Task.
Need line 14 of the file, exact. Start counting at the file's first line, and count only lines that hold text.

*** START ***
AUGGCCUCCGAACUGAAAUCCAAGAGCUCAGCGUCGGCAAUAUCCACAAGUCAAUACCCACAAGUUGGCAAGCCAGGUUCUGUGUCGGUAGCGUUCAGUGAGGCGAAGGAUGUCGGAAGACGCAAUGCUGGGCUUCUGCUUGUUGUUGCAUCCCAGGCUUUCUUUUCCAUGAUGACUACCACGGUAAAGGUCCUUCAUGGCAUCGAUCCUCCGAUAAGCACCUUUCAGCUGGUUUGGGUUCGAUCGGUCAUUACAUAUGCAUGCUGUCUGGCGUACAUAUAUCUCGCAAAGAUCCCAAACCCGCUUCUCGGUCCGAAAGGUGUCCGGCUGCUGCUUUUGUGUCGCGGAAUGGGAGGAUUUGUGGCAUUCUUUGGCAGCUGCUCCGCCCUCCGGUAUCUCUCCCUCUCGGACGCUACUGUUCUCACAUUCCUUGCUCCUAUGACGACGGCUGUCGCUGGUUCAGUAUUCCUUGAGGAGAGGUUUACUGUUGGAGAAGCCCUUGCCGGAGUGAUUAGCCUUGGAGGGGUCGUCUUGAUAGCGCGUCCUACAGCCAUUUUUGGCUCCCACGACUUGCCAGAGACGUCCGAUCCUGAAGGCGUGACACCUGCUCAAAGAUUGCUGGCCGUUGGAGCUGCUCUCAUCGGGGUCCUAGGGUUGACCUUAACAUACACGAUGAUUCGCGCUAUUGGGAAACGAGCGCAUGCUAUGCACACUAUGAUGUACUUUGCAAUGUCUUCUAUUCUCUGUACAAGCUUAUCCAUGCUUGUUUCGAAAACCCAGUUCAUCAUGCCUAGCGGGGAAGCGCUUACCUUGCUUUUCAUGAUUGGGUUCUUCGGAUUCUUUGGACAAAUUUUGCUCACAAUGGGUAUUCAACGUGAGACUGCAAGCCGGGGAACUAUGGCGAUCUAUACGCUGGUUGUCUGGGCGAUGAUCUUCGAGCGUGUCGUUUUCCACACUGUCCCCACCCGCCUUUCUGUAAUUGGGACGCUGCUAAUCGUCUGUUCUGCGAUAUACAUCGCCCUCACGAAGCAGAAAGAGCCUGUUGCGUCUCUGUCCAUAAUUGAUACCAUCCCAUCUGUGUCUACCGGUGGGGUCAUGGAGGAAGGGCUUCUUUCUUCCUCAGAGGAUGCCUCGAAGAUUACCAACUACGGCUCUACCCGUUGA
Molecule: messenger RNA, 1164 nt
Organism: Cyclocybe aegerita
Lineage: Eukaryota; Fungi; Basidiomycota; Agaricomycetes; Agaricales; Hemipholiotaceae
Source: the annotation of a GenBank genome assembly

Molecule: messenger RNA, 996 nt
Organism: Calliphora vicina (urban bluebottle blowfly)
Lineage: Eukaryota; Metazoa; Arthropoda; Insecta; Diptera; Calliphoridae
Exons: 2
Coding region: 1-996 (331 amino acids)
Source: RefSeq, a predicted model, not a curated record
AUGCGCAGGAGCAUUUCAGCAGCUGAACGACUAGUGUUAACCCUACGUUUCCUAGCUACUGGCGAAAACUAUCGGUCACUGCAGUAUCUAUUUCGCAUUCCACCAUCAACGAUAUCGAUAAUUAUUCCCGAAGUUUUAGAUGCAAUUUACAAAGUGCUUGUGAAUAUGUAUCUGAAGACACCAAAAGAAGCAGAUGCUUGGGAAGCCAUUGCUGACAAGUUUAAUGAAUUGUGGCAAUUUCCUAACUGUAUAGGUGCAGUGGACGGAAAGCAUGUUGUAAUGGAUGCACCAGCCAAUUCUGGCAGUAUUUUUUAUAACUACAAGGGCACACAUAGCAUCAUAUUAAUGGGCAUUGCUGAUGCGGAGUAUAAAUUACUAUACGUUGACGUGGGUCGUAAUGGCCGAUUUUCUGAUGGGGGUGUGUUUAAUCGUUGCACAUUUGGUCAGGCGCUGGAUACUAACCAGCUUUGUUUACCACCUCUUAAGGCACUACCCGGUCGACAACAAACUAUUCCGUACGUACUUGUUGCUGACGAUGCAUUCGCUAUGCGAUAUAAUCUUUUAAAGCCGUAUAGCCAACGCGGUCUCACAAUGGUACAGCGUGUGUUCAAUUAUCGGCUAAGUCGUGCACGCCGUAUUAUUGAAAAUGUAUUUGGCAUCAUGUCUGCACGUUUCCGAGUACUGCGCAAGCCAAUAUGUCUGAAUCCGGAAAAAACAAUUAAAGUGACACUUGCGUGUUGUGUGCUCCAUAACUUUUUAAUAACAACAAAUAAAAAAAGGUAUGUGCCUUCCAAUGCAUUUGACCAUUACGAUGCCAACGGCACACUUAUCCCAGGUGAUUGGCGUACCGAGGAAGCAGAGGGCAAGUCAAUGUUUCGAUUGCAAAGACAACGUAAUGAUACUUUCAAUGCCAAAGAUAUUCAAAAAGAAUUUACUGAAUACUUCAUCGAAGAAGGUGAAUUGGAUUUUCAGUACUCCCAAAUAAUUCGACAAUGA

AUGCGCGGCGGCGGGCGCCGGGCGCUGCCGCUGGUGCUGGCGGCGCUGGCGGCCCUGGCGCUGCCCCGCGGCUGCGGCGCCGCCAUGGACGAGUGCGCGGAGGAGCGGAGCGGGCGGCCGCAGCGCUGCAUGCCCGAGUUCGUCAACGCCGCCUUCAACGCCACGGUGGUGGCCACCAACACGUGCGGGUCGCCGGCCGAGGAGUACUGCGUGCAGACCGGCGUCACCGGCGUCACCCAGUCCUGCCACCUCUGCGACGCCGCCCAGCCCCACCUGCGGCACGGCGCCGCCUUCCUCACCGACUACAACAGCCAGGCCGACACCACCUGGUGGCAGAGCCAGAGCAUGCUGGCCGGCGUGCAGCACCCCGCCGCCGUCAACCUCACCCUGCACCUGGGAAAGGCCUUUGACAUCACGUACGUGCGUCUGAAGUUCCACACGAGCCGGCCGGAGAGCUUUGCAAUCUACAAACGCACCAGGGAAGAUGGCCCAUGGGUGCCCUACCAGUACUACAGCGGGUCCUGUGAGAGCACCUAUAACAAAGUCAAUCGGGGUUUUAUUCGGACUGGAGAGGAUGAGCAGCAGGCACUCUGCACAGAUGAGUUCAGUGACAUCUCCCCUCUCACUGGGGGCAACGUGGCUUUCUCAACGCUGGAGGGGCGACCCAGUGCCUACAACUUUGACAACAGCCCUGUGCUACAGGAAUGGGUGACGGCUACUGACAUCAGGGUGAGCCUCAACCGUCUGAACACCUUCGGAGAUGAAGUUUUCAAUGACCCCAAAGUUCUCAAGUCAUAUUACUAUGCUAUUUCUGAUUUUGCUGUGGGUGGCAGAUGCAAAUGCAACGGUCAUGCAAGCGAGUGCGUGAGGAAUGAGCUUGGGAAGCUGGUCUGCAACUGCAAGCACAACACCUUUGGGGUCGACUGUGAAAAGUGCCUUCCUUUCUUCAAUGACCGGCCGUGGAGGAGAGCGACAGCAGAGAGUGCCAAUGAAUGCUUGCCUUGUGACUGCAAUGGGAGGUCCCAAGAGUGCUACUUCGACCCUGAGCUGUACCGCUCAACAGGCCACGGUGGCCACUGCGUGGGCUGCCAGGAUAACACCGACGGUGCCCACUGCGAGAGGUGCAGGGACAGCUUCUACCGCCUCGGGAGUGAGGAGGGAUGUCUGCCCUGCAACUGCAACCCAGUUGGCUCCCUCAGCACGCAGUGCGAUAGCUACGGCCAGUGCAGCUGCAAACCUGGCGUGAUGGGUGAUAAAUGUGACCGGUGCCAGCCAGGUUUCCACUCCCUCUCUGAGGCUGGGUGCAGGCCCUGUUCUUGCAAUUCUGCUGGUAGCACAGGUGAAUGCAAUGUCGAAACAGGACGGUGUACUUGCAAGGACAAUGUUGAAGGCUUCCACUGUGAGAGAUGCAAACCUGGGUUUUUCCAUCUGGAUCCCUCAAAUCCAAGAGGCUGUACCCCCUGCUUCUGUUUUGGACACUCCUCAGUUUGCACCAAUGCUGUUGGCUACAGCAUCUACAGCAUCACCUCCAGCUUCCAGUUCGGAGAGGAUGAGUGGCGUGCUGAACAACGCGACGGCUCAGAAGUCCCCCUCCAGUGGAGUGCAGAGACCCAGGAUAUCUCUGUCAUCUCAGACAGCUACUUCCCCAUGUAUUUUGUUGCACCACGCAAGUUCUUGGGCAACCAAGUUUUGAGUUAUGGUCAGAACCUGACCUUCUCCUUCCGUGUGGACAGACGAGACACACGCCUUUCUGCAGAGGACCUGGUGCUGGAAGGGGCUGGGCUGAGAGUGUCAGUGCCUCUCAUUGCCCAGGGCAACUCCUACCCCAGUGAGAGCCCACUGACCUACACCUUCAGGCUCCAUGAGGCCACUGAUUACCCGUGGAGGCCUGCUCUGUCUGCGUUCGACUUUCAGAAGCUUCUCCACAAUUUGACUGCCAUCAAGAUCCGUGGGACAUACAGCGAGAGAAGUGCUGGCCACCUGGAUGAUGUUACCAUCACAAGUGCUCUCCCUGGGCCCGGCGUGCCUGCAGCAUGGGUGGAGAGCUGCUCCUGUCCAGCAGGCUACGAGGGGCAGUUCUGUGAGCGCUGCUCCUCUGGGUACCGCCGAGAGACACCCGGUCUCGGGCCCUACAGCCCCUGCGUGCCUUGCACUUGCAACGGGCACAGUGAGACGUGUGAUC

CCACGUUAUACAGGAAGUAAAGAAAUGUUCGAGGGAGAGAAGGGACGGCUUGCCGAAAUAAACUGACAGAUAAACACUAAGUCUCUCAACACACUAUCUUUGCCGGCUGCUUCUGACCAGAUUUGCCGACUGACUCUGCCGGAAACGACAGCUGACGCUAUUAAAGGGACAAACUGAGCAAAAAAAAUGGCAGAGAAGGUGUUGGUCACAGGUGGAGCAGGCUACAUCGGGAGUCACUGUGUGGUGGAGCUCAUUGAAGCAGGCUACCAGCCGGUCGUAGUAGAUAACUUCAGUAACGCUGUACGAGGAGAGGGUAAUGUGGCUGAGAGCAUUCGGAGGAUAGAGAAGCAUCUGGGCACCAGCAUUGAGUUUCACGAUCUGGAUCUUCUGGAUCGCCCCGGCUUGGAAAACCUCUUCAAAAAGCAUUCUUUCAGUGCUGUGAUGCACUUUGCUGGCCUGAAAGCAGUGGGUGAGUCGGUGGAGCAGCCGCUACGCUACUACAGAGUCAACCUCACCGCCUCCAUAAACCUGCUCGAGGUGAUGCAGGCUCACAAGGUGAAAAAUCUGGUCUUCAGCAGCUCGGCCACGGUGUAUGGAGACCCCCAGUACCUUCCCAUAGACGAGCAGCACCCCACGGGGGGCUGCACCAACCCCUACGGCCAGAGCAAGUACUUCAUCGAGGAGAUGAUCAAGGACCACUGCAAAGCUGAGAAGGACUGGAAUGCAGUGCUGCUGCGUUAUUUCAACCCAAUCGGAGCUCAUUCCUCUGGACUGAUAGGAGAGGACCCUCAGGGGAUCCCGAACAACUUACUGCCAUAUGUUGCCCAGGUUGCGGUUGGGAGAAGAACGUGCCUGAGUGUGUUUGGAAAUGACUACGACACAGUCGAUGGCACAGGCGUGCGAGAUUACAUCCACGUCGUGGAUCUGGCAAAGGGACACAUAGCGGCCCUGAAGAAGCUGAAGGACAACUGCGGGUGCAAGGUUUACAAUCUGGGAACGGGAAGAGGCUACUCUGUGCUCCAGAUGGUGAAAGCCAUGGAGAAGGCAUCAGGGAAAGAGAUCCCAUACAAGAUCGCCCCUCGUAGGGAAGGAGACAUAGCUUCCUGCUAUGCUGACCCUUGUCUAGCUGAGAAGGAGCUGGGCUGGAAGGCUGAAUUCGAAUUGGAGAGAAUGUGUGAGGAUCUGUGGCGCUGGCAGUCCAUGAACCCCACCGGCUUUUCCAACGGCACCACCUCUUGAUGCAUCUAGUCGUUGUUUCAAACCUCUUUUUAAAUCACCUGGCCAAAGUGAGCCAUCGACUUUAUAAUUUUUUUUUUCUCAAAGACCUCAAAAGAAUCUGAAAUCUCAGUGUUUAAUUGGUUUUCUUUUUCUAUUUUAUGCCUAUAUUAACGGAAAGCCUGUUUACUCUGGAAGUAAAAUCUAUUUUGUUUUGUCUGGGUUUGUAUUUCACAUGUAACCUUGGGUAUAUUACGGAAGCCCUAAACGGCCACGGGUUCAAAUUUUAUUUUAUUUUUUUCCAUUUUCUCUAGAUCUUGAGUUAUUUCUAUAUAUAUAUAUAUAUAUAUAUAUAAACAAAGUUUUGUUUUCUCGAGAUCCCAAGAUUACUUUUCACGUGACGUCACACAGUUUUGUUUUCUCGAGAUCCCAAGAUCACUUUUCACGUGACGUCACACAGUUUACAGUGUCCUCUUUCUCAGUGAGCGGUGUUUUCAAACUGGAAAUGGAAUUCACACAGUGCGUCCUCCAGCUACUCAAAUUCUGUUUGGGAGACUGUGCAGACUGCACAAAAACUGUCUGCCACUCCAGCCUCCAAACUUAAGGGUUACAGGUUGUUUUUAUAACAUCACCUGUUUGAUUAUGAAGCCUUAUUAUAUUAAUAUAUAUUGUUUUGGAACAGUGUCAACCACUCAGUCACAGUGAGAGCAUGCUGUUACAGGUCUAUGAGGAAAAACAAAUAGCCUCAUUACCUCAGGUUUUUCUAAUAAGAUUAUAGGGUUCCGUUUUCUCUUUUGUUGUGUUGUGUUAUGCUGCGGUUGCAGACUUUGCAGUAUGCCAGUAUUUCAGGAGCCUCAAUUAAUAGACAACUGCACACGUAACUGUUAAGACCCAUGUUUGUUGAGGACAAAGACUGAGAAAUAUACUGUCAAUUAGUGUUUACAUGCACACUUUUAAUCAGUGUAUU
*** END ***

CCACGUUAUACAGGAAGUAAAGAAAUGUUCGAGGGAGAGAAGGGACGGCUUGCCGAAAUAAACUGACAGAUAAACACUAAGUCUCUCAACACACUAUCUUUGCCGGCUGCUUCUGACCAGAUUUGCCGACUGACUCUGCCGGAAACGACAGCUGACGCUAUUAAAGGGACAAACUGAGCAAAAAAAAUGGCAGAGAAGGUGUUGGUCACAGGUGGAGCAGGCUACAUCGGGAGUCACUGUGUGGUGGAGCUCAUUGAAGCAGGCUACCAGCCGGUCGUAGUAGAUAACUUCAGUAACGCUGUACGAGGAGAGGGUAAUGUGGCUGAGAGCAUUCGGAGGAUAGAGAAGCAUCUGGGCACCAGCAUUGAGUUUCACGAUCUGGAUCUUCUGGAUCGCCCCGGCUUGGAAAACCUCUUCAAAAAGCAUUCUUUCAGUGCUGUGAUGCACUUUGCUGGCCUGAAAGCAGUGGGUGAGUCGGUGGAGCAGCCGCUACGCUACUACAGAGUCAACCUCACCGCCUCCAUAAACCUGCUCGAGGUGAUGCAGGCUCACAAGGUGAAAAAUCUGGUCUUCAGCAGCUCGGCCACGGUGUAUGGAGACCCCCAGUACCUUCCCAUAGACGAGCAGCACCCCACGGGGGGCUGCACCAACCCCUACGGCCAGAGCAAGUACUUCAUCGAGGAGAUGAUCAAGGACCACUGCAAAGCUGAGAAGGACUGGAAUGCAGUGCUGCUGCGUUAUUUCAACCCAAUCGGAGCUCAUUCCUCUGGACUGAUAGGAGAGGACCCUCAGGGGAUCCCGAACAACUUACUGCCAUAUGUUGCCCAGGUUGCGGUUGGGAGAAGAACGUGCCUGAGUGUGUUUGGAAAUGACUACGACACAGUCGAUGGCACAGGCGUGCGAGAUUACAUCCACGUCGUGGAUCUGGCAAAGGGACACAUAGCGGCCCUGAAGAAGCUGAAGGACAACUGCGGGUGCAAGGUUUACAAUCUGGGAACGGGAAGAGGCUACUCUGUGCUCCAGAUGGUGAAAGCCAUGGAGAAGGCAUCAGGGAAAGAGAUCCCAUACAAGAUCGCCCCUCGUAGGGAAGGAGACAUAGCUUCCUGCUAUGCUGACCCUUGUCUAGCUGAGAAGGAGCUGGGCUGGAAGGCUGAAUUCGAAUUGGAGAGAAUGUGUGAGGAUCUGUGGCGCUGGCAGUCCAUGAACCCCACCGGCUUUUCCAACGGCACCACCUCUUGAUGCAUCUAGUCGUUGUUUCAAACCUCUUUUUAAAUCACCUGGCCAAAGUGAGCCAUCGACUUUAUAAUUUUUUUUUUCUCAAAGACCUCAAAAGAAUCUGAAAUCUCAGUGUUUAAUUGGUUUUCUUUUUCUAUUUUAUGCCUAUAUUAACGGAAAGCCUGUUUACUCUGGAAGUAAAAUCUAUUUUGUUUUGUCUGGGUUUGUAUUUCACAUGUAACCUUGGGUAUAUUACGGAAGCCCUAAACGGCCACGGGUUCAAAUUUUAUUUUAUUUUUUUCCAUUUUCUCUAGAUCUUGAGUUAUUUCUAUAUAUAUAUAUAUAUAUAUAUAUAAACAAAGUUUUGUUUUCUCGAGAUCCCAAGAUUACUUUUCACGUGACGUCACACAGUUUUGUUUUCUCGAGAUCCCAAGAUCACUUUUCACGUGACGUCACACAGUUUACAGUGUCCUCUUUCUCAGUGAGCGGUGUUUUCAAACUGGAAAUGGAAUUCACACAGUGCGUCCUCCAGCUACUCAAAUUCUGUUUGGGAGACUGUGCAGACUGCACAAAAACUGUCUGCCACUCCAGCCUCCAAACUUAAGGGUUACAGGUUGUUUUUAUAACAUCACCUGUUUGAUUAUGAAGCCUUAUUAUAUUAAUAUAUAUUGUUUUGGAACAGUGUCAACCACUCAGUCACAGUGAGAGCAUGCUGUUACAGGUCUAUGAGGAAAAACAAAUAGCCUCAUUACCUCAGGUUUUUCUAAUAAGAUUAUAGGGUUCCGUUUUCUCUUUUGUUGUGUUGUGUUAUGCUGCGGUUGCAGACUUUGCAGUAUGCCAGUAUUUCAGGAGCCUCAAUUAAUAGACAACUGCACACGUAACUGUUAAGACCCAUGUUUGUUGAGGACAAAGACUGAGAAAUAUACUGUCAAUUAGUGUUUACAUGCACACUUUUAAUCAGUGUAUU